FIG. 1 is a schematic diagram of an apparatus for vaporizing a multicomponent liquid, including a cross sectional view of the vaporization chamber, constructed according to the teachings of the present invention;
FIG. 2 is a top plan view of the vaporization chamber and manifolds illustrated in FIG. 1;
FIG. 3 is a diagram showing multiple impingement of liquid on the several surfaces of the vaporization chamber; and
FIG. 4 shows disbursement of the liquid over the bottom surface of the chamber as a function of pressure.
In FIG. 1, a schematic diagram of an apparatus 8 capable of vaporizing large quantities of a multicomponent liquid is illustrated. A vaporization chamber 10 having several interior surfaces 101, 102, 103, and 104 is provided. A bore 11 extends therethrough. The chamber 10 may be heated to a sufficient temperature to vaporize the multicomponent liquid by passing steam through bore 11. That steam may be supplied by a steam regulator 12 and a solenoid valve 14. Solenoid valve 14 is operated by a control circuit 62 through a signal output on a control line 76. The steam exits vaporization chamber 1? by passing from bore 11 to a steam trap 13 and then through a line 15 to a waste drain for disposal.
Vaporization chamber 10 has a plurality of inlets 34, 42, 44, 46, 48, and 50, seen best in FIG. 2, for inputting liquid into the chamber 10 and a plurality of outlets 36, 64, 66, 68, 70, and 72 for passage of vapor from the chamber 10. The outlets 36, 64, and 66 are connected to a first output manifold 65 while the outlets 68, 70, and 72 are connected to a second output manifold 67. Each inlet 34, 42, 44, 46, 48, and 50 is provided with a nozzle, one of which 32 is shown in FIG. 1. Liquid is injected into the chamber at the desired velocity and particle size by selecting a spray nozzle of the proper design and size. For example, the nozzle may be one capable of generating particles having a mean volume diameter ranging from eighty-five microns at forty psig to sixty-five microns at one hundred psig. That is the equivalent of a misty rain.
The liquid to be injected into the chamber 10 is pumped from a reservoir 18 by a metering pump 20 to a heat exchanger 22. The metering pump 20 is operated by control circuit 62 through a signal output on a control line 74. A relief valve 24 is provided to regulate flow of excess liquid back to reservoir 18. A steam regulator 26 supplies the source of heat for heat exchanger 22. The flow of steam from regulator 26 to heat exchanger 22 is controlled by a solenoid valve 28 which is controlled by the control circuit 62. Steam exits the heat exchanger 22 to the waste drain through a line 23.
The heated liquid leaves the heat exchanger 22 through a line 25 which supplies the heated liquid to a supply manifold 27, seen best in FIG. 2. The supply manifold 27 supplies the heated liquid to a plurality of solenoid valves 30, 52, 54, 56, 58, and 60. One solenoid valve is provided for each nozzle although if nozzles will be operated in pairs, only one solenoid valve is needed for each pair.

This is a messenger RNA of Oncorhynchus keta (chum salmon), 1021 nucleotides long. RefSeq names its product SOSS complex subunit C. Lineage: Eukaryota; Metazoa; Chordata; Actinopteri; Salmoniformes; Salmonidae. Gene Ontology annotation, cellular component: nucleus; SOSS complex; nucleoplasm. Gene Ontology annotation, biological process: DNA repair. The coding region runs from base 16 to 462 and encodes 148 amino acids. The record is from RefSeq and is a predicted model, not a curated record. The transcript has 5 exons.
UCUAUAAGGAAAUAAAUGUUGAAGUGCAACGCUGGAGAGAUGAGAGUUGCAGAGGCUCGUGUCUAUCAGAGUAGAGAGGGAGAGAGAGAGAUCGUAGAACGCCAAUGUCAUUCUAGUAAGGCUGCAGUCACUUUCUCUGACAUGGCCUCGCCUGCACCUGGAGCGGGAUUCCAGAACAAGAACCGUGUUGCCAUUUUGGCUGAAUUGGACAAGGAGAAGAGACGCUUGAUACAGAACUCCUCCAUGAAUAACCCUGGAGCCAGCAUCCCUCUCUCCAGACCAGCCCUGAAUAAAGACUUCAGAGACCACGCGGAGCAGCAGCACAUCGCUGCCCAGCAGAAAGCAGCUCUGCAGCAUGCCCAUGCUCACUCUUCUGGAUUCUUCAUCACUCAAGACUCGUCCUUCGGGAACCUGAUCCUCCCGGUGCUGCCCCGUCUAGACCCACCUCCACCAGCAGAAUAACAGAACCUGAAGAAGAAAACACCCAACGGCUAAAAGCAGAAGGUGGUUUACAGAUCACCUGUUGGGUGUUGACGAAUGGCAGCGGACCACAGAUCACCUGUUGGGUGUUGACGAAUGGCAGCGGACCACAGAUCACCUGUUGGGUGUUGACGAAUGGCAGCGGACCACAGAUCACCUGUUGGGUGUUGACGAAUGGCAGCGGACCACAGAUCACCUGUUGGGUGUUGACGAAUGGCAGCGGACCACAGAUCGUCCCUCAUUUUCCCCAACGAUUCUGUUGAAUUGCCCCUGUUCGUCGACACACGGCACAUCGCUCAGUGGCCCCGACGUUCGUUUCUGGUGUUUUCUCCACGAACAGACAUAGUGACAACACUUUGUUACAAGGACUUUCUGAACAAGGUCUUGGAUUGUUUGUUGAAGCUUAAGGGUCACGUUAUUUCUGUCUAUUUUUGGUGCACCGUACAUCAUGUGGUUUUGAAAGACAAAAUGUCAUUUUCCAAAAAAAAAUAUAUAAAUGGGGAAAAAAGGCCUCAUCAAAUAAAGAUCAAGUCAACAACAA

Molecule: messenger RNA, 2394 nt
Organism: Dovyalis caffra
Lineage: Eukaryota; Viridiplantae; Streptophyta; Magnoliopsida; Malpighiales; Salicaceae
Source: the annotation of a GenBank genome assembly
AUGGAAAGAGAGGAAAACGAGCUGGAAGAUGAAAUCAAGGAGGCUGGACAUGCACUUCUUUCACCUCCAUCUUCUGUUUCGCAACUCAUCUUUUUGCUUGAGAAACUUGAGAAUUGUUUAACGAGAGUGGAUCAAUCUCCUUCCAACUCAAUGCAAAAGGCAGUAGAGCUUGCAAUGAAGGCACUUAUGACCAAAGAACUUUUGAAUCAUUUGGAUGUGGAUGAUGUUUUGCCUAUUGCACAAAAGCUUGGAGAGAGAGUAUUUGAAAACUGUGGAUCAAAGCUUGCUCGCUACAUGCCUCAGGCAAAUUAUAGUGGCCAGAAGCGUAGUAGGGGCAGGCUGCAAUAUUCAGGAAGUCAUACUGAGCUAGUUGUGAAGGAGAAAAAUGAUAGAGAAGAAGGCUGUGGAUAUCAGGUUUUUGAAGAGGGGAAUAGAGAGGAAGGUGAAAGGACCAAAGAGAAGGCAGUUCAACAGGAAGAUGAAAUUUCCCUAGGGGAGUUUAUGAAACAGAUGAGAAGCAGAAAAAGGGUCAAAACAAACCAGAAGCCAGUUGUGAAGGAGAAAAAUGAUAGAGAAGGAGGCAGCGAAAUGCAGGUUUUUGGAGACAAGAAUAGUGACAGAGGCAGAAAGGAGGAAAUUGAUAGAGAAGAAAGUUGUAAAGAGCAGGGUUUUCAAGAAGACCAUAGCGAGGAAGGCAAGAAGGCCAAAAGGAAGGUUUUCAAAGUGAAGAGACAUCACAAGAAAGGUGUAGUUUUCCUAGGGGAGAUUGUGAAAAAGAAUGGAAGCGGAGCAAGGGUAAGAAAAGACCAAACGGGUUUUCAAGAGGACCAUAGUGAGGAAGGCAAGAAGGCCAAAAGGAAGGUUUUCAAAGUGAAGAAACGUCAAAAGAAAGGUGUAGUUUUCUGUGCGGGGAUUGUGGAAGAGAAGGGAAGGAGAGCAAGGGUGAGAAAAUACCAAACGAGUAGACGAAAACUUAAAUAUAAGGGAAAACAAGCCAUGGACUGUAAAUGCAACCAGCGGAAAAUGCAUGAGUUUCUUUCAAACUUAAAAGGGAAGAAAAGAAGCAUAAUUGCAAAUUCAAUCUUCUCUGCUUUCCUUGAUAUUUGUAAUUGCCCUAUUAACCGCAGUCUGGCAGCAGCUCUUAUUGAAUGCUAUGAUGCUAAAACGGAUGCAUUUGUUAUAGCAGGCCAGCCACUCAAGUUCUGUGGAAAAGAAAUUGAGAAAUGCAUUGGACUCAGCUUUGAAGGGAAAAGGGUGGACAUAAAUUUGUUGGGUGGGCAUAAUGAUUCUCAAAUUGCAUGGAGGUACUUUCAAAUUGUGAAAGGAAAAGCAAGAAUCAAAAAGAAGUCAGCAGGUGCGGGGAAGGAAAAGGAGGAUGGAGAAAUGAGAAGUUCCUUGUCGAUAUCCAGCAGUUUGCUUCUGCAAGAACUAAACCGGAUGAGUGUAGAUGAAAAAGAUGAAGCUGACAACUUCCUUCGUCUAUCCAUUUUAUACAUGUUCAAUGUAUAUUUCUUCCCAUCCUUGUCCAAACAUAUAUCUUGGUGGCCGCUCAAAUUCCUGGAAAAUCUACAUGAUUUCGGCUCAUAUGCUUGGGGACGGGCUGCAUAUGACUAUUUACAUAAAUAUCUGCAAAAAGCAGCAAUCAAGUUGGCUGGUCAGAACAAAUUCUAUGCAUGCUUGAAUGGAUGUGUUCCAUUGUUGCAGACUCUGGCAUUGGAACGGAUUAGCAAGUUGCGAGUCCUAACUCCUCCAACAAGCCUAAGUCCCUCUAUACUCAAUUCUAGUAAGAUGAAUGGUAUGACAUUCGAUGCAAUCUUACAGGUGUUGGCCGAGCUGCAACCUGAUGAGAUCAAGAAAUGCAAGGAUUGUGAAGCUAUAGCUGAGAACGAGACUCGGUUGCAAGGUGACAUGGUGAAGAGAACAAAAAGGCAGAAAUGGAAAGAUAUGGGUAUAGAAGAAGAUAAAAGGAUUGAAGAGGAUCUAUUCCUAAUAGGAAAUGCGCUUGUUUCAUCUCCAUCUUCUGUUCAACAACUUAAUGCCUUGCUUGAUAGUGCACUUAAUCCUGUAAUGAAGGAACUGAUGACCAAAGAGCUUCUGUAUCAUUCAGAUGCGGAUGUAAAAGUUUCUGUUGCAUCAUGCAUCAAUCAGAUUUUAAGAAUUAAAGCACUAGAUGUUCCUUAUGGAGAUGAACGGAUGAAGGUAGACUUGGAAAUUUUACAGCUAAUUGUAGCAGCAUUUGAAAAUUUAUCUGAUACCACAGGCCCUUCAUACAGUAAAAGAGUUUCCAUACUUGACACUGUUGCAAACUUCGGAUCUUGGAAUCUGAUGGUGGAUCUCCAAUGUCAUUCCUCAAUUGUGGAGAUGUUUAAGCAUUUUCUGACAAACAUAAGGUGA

Heated liquid is supplied with sufficient pressure so that when one of the solenoid valves 30, 52, 54, 56, 58, or 60 is opened, the liquid is injected through the nozzle associated with that valve into chamber 10 with sufficient velocity to ensure multiple impingements of the liquid with the heated surfaces 101, 102, 103, and 104 of the chamber 10. Successive impacts of the liquid with the heated surfaces increase the fraction of the liquid increment which vaporizes so that vaporization is substantially complete. Each solenoid valve 30, 52, 54, 56, 58, and 60 is operated by the control circuit 62 through a signal output on control lines 78, 84, 86, 88, 90, and 92, respectively.
The first output manifold 65 may be connected to a vacuum pump 38 through a solenoid valve 40. The vacuum pump 38 is operated by the control circuit 62 through a signal output on a control line 82 while the solenoid valve 40 is operated by a signal output on a control line 80. Pump 38 evacuates chamber 10, eliminating air resistance, so that the velocity of the injected liquid increments necessary for multiple impingements is reached. Additionally, the vacuum created by pump 38 may transport the vapor from the outlets 36, 64, 66, 68, 70, and 72 to a sterilization chamber which is not shown.
Completing the description of the apparatus 8, the heat within the chamber 10 may be conserved using any well-known form of insulation 16. When the multicomponent liquid to be vaporized is hydrogen peroxide, it is suggested that the chamber 10 be constructed of aluminum. Aluminum is highly compatible with hydrogen peroxide and is a very good thermal conductor.
In operation, the control circuit 62 sequentially opens and closes the plurality of solenoid valves 30, 52, 54, 56, 58, and 60 so that a substantially steady steam of liquid is vaporized. In FIG. 2, solenoid valves 54 and 56 may be opened first to inject metered increments of liquid through their corresponding nozzles such that the liquid first impinges the bottom surface 101 of chamber 10 as shown in FIG. 3. As the valves are initially opened, the pressure at the corresponding nozzles is low. Pressure will increase to a maximum as the valves are fully opened and then decrease as the valves close. Because spray angle is a function of pressure, the initial spray of liquid is over a small area of surface 101 (94 in FIG. 4), then increases to a maximum area 96 of surface 101, and finally returns to the small area 94.